writes Jane Roberts
Real Estate Capital signed off the July/August issue with a bullish leader and rather a lot of seasonal puns about the sunnier outlook for the UK economy and the clouds parting at long last over the property market.
If anything, as people have returned from holidays, the mood of confidence is even stronger.
One new development in the past few weeks is that the improving sentiment is spreading to parts of continental European property markets too.
The turnaround in the tone of punditry on the UK economy is striking. That a recovery is under way now seems to be a given: the days of trying to work out what quantitative easing is (and how to spell it) are long gone: instead of cutting interest rates and injecting liquidity, the discussion now is all about growth.
We seem to have jumped from asking whether the little growth we’ve actually seen so far is
sustainable, to how to manage it so that interest rates do not have to rise too far, too fast.
In the UK property market a perception has taken hold that values have stopped falling on enough property (though not all) to say that we are at the beginning of a new cycle and that the next two years are going to be a good time to invest.
The flood of new capital led by private equity funds that came to this conclusion months ago has been joined by more naturally cautious institutional investors.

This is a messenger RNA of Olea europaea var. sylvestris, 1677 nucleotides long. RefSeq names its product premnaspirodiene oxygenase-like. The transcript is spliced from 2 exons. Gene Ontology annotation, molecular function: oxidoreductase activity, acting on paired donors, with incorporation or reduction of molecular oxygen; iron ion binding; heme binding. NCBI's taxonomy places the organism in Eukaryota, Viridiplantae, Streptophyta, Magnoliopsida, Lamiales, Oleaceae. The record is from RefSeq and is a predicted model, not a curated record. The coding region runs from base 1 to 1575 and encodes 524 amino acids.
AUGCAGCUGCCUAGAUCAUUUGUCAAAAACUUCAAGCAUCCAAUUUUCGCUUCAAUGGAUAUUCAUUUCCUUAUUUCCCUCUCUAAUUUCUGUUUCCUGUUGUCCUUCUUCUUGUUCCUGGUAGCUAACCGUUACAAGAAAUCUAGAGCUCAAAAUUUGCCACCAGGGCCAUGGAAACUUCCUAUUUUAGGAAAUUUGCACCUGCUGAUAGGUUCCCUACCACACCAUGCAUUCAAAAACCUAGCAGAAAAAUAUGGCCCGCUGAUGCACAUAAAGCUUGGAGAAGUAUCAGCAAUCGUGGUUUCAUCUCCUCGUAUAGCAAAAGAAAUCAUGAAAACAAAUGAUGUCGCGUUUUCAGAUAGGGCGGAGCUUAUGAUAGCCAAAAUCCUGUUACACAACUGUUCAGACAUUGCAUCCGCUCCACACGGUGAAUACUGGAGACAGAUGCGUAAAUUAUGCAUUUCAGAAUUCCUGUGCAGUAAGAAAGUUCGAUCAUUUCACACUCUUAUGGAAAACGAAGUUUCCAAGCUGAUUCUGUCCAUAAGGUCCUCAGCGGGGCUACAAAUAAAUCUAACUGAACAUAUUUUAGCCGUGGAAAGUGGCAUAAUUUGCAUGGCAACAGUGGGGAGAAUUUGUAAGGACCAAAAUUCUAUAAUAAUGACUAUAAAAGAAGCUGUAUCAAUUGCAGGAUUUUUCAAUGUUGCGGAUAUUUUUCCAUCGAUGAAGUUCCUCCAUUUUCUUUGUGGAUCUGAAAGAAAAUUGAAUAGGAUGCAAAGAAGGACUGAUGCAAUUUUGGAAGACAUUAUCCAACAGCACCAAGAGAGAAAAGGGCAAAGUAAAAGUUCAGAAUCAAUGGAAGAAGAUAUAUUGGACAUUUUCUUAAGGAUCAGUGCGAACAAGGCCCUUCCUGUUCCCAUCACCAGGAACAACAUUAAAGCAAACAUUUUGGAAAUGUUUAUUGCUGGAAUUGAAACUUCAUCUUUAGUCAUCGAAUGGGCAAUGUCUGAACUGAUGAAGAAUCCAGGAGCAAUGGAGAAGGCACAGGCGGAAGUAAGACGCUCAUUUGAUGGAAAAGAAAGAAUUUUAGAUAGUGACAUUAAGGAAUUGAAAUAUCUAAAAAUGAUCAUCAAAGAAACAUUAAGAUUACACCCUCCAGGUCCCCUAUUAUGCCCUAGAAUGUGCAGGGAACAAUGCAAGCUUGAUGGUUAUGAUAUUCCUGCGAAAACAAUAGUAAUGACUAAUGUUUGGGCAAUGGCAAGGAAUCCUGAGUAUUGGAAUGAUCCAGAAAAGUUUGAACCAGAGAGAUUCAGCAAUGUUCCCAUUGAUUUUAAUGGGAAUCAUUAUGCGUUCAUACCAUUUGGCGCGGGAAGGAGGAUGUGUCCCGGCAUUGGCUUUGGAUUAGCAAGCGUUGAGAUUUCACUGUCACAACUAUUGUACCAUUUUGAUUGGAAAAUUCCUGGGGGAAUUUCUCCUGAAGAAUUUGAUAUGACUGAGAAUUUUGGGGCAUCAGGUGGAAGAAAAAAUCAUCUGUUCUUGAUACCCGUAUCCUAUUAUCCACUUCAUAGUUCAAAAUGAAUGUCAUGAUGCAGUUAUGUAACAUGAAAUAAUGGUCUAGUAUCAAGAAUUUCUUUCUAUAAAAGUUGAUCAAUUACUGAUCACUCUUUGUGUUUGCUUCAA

At its annual property press briefing last week, Standard Life said that it has been having “more conversations” across its funds with existing investors and consultants all wanting to “move up a step” in terms of allocations. They felt that real estate was reacting very fast this time to the gently improving economy, because property didn’t enter the downturn with excess supply.
Standard Life predicts that UK property will produce 8% total returns on average during the next three years. Last Friday, Legal & General Property declared for 8-10% returns this year and said there was “a surge” in investor sentiment towards UK property.
In the UK and Germany (see Special report, pp15-17, 18-19, 20, 21, 22-23 & 24) there is no shortage of debt to fuel transactions, while a still-growing number of new lenders (see news section pp2-5 & 7) are ready to lend on a wider pool of assets, increasing the financial options available to investors.
However, as LGP also said, we are still living with the effects of the global financial crisis.
Arguably, Standard Life is wrong about there being no excess supply. There is, and it lies with the banks, which most people seem to agree still have a considerable way to go through their develeraging process: they still have lot of that property that hasn’t been ‘repriced’ on their books.
At least the market is now moving in their favour and, as Cushman & Wakefield predicted months ago, the final quarter of this year is set to be a record period for European bank loan and asset sales, both in the UK and elsewhere, including Spain